An already strained relationship between the White House and the departing spymaster Dennis C. Blair erupted earlier this year over Mr. Blair's efforts to cement close intelligence ties to France and broker a pledge between the nations not to spy on each other, American government officials said Friday.
The White House scuttled the plan, officials said, but not before President Nicolas Sarkozy of France had come to believe that a deal was in place. Officials said that Mr. Sarkozy was angered about the miscommunication, and that the episode had hurt ties between the United States and France at a time when the two nations are trying to present a united front to dismantle Iran's nuclear program.
Officials said the dust-up was not the proximate cause of President Obama's decision to remove Mr. Blair, who announced his resignation on Thursday, from the job as director of national intelligence, but was a contributing factor in the mutual distrust between the White House and members of Mr. Blair's staff. The episode also illuminates the extent to which communications between the president's aides and Mr. Blair had deteriorated during a period of particular alarm about terrorist threats to the United States.
As the White House mulled over choices to replace Mr. Blair, with the top choice still James R. Clapper, there were fresh questions about whether the intelligence overhaul that created the post of national intelligence director was fatally flawed, and whether Mr. Obama would move gradually to further weaken the authorities granted to the director and give additional power to individual spy agencies like the Central Intelligence Agency.
Mr. Blair and each of his predecessors have lamented openly that the intelligence director does not have enough power to deliver the intended shock therapy to America's byzantine spying apparatus. And some experts have faulted both Mr. Obama and former President George W. Bush for not pushing to define where the job fits among the constellation of American intelligence agencies.
On Friday, the White House expressed its own frustration with the structure of the job. "The government continues to work through the challenges that the law and the position have always presented to government and in the coordination of many different agencies and departments and the intelligence functions that they represent," said Robert Gibbs, the White House press secretary. "I think many D.N.I.'s beyond whoever is next will deal with some of the vagueness and many of the complexities."
But privately, senior administration officials said the situation simply was not working, citing among other things the failure to coordinate intelligence that led to the attempted bombing of a passenger jet on Dec. 25.
Mr. Blair had pressed for a pact between the United States and France that would have halted espionage operations on each other's soil, a more formal version of America's "gentleman's agreement" with Britain.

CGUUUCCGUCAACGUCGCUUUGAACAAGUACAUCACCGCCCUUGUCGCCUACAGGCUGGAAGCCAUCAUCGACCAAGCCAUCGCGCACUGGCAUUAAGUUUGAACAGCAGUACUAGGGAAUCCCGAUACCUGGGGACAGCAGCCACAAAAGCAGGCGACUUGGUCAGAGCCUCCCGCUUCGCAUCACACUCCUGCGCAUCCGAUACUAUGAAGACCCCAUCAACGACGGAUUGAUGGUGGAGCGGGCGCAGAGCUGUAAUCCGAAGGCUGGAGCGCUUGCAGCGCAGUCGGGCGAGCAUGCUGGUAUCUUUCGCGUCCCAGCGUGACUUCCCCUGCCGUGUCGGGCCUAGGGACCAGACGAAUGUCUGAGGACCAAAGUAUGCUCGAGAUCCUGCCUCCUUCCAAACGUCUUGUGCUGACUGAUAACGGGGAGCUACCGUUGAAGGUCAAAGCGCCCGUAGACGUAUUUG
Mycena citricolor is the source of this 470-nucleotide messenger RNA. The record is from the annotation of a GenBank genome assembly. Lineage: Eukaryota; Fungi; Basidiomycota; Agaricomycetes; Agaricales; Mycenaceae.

The informal agreement with London is built on decades of trust between the American and British governments. Officials said that Mr. Blair had come to believe that Mr. Sarkozy's presidency was a unique opportunity for two countries long suspicious of each other's motives to build lasting security ties.
But others worried that a written pact - the first of its kind for the United States - would handcuff the United States if a new government came to power in France that was more hostile to American foreign policy goals.
"What people balked at was the suggestion of a formal, written, no-spy pact, signed by heads of state," said one American intelligence official. "How would you verify it - by spying?"
A spokesman for the intelligence director declined to comment.
Unlike America's relationship with Britain and other close allies like Australia, the United States and France have a long history of spying on each other. For example, intelligence experts said the French had been particularly aggressive in trying to steal secrets about the American defense and technology industries. For its part, the United States has long been suspicious of French government and business ties to countries like Iran and Syria, and about North African militant groups whose operatives work inside France.
In recent months, Mr. Blair had also made a push to rein in covert activities carried out by the C.I.A., reflecting his view that the United States had become too enamored over stealth activities.
He even developed rules to guide policy makers before they approved a covert action. Among them were guidelines that covert activity should never be employed "for the purpose of circumventing a lack of U.S. public support for any particular overt policy," according to one American official.
Officials said that some in the White House and C.I.A. bristled at Mr. Blair's efforts to exert greater oversight over covert action. The reaction, they said, puzzled Mr. Blair, who had thought he had been given a degree of authority over these activities.
There appears to have been similar miscommunication on the France episode. Officials said that while Mr. Blair had been authorized to work out new intelligence-sharing arrangements with the French, he was specifically told by the White House that a formal no-spying pact was off the table.
Mark M. Lowenthal, a former assistant director of the C.I.A., said the relative weakness of the intelligence director position was especially frustrating to Mr. Blair, who had powerful positions in the military, notably as head of United States Pacific Command.
"Denny had been commander of the largest military command in the world," Mr. Lowenthal said. "And then he took this job where anyone who wanted to ignore him basically could do it."
Source du texte : NEW YORK TIMES